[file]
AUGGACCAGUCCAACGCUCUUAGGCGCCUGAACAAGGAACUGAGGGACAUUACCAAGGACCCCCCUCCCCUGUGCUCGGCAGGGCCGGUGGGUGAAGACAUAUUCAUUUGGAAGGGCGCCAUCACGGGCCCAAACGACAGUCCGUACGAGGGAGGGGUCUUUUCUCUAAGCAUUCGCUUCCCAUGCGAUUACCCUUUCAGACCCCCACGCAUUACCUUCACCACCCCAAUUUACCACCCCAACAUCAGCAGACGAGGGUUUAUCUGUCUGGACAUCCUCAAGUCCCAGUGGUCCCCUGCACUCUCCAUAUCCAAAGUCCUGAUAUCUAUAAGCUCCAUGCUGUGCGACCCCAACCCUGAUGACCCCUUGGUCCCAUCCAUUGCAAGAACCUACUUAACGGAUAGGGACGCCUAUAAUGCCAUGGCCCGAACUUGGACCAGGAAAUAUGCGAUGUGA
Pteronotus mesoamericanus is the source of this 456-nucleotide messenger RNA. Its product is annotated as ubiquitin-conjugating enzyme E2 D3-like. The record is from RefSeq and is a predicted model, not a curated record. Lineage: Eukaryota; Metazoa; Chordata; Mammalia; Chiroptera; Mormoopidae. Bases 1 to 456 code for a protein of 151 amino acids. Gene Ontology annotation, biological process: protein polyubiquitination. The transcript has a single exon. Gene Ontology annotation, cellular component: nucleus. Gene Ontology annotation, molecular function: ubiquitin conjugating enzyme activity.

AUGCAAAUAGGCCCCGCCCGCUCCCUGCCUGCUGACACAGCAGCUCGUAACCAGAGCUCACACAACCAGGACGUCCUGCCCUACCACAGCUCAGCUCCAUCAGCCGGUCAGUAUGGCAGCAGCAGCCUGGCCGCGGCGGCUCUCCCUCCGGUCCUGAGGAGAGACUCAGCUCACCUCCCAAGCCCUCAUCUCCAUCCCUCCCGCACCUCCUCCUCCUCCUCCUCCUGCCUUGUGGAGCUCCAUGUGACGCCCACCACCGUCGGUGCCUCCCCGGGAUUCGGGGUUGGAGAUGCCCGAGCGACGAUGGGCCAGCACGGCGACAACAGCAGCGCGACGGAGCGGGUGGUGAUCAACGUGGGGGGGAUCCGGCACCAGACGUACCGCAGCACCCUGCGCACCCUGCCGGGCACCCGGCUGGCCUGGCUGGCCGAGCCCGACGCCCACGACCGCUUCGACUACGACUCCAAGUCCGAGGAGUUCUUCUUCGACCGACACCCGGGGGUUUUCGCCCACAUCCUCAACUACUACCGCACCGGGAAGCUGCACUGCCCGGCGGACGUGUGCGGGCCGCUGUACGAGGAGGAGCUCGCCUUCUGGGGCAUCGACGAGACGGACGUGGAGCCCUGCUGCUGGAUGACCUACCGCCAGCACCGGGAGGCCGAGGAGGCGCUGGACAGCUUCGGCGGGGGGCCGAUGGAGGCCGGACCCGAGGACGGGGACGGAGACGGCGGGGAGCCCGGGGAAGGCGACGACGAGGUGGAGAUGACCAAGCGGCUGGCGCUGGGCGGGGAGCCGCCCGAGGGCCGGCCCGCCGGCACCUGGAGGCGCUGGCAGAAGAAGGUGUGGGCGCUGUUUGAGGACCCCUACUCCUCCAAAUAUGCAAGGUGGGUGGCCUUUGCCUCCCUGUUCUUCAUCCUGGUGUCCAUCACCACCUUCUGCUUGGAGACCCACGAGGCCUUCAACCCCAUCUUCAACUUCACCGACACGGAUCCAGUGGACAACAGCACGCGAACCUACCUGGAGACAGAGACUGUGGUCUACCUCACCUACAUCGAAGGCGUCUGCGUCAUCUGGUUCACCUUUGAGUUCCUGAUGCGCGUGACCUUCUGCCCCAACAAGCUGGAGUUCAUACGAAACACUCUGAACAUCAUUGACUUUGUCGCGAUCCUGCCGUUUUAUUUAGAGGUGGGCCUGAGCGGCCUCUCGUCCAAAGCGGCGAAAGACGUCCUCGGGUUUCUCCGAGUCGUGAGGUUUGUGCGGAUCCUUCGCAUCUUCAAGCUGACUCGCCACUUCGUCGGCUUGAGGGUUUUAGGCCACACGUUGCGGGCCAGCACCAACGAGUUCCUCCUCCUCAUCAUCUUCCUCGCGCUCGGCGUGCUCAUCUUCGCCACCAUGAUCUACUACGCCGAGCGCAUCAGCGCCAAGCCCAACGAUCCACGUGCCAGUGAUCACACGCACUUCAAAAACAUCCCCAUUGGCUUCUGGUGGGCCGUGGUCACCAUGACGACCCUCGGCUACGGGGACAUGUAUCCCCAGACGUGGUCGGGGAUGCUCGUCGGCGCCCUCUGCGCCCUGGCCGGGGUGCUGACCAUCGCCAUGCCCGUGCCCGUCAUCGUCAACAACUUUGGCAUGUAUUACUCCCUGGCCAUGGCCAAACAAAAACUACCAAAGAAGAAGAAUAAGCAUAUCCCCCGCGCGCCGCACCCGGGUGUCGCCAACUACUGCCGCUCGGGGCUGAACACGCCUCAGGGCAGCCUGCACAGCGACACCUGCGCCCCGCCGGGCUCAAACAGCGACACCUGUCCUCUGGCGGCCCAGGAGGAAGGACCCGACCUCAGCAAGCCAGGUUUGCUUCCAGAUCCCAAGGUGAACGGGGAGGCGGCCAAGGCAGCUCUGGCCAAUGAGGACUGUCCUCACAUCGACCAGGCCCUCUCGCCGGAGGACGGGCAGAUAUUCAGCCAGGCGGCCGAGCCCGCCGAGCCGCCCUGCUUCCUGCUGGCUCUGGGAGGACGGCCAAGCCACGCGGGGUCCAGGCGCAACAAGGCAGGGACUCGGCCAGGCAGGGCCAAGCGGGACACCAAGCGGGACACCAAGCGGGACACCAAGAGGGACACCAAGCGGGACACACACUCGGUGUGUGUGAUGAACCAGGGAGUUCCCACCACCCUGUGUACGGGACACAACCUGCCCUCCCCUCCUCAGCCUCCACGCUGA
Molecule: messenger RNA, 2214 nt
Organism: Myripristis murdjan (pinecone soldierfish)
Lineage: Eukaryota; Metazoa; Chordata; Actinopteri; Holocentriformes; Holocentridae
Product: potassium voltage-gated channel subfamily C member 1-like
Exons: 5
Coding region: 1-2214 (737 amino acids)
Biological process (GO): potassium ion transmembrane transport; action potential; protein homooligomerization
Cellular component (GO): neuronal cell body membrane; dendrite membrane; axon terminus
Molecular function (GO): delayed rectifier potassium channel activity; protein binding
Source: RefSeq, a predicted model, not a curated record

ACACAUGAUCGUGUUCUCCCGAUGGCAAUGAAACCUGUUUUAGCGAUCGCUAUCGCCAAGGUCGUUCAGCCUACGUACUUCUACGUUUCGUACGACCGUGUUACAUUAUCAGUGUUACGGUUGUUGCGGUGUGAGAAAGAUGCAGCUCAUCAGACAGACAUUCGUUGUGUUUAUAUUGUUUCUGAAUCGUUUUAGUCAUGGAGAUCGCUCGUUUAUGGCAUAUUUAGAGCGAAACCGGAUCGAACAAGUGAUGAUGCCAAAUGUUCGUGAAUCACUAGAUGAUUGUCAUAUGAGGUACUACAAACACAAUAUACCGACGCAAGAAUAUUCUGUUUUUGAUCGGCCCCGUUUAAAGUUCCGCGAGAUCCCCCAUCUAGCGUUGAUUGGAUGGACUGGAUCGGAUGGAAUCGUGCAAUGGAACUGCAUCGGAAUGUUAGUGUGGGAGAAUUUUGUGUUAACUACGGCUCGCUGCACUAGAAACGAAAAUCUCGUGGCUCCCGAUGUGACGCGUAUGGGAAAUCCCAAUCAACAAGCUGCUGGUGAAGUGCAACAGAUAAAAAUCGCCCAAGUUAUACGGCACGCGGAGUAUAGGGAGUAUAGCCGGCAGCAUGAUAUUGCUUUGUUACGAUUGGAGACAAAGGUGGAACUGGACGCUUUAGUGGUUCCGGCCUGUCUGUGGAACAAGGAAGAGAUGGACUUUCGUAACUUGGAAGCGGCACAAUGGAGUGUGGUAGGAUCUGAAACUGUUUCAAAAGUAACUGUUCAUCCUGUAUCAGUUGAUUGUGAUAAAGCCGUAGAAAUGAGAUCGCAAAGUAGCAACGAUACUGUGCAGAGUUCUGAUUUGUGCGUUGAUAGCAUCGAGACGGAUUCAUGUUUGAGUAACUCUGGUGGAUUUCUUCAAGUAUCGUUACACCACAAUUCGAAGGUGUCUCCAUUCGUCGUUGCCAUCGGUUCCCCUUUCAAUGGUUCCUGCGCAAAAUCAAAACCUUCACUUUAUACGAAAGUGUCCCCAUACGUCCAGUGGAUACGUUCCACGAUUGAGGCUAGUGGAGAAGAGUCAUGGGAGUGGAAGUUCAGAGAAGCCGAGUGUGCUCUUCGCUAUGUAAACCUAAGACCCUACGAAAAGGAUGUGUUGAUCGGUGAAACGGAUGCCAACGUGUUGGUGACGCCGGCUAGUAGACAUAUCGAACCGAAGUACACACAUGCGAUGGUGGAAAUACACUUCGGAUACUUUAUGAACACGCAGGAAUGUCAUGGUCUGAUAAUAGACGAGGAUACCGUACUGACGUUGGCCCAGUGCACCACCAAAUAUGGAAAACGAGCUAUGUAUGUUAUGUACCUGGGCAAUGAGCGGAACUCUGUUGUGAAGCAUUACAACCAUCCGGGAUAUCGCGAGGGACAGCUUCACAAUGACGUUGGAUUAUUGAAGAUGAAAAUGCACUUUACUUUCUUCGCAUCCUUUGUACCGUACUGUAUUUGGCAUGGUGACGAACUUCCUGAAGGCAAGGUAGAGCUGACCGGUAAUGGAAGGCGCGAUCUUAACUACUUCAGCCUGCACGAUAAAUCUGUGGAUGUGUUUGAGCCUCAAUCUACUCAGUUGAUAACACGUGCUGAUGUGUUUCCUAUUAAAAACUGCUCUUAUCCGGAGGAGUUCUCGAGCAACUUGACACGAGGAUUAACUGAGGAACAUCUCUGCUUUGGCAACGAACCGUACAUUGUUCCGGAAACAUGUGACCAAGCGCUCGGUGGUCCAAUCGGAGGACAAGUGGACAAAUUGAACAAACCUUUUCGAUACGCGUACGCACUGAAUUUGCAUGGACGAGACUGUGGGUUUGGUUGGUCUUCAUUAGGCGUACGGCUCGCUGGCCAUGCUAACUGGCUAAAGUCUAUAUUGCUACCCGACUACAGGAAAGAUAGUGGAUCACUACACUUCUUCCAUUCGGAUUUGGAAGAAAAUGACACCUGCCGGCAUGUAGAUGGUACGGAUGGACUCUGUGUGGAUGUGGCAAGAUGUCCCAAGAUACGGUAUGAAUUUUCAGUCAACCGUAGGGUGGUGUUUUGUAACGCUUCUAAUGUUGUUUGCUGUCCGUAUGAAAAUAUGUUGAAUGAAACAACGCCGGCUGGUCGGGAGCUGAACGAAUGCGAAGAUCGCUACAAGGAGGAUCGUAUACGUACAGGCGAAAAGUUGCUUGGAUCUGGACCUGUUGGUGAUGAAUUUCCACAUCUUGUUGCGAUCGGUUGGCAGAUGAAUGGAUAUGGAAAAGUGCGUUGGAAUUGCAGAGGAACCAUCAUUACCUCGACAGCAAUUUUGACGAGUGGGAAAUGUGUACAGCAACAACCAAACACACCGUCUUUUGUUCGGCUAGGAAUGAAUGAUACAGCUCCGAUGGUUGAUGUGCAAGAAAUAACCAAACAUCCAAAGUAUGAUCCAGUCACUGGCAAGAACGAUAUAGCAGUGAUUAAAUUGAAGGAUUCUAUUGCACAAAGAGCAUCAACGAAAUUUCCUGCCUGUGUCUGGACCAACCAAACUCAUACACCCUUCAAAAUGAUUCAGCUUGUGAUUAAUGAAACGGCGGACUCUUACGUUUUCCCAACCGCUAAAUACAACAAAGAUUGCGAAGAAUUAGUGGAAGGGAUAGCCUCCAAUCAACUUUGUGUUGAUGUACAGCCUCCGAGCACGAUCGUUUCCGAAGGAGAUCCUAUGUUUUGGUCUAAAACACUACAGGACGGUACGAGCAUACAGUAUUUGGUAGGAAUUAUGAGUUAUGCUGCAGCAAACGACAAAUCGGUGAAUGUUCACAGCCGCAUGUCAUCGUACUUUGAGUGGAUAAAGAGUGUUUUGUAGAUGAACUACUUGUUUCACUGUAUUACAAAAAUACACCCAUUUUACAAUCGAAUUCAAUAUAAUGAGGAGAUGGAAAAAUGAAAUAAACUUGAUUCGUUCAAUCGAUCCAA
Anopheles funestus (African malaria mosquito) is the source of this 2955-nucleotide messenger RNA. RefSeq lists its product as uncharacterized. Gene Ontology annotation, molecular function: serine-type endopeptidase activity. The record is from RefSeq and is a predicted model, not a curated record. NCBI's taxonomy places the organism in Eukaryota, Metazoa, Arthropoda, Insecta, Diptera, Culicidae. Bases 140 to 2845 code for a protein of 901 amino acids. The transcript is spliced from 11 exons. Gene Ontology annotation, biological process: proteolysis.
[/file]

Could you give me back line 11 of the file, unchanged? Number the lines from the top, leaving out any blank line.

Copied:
Cellular component (GO): neuronal cell body membrane; dendrite membrane; axon terminus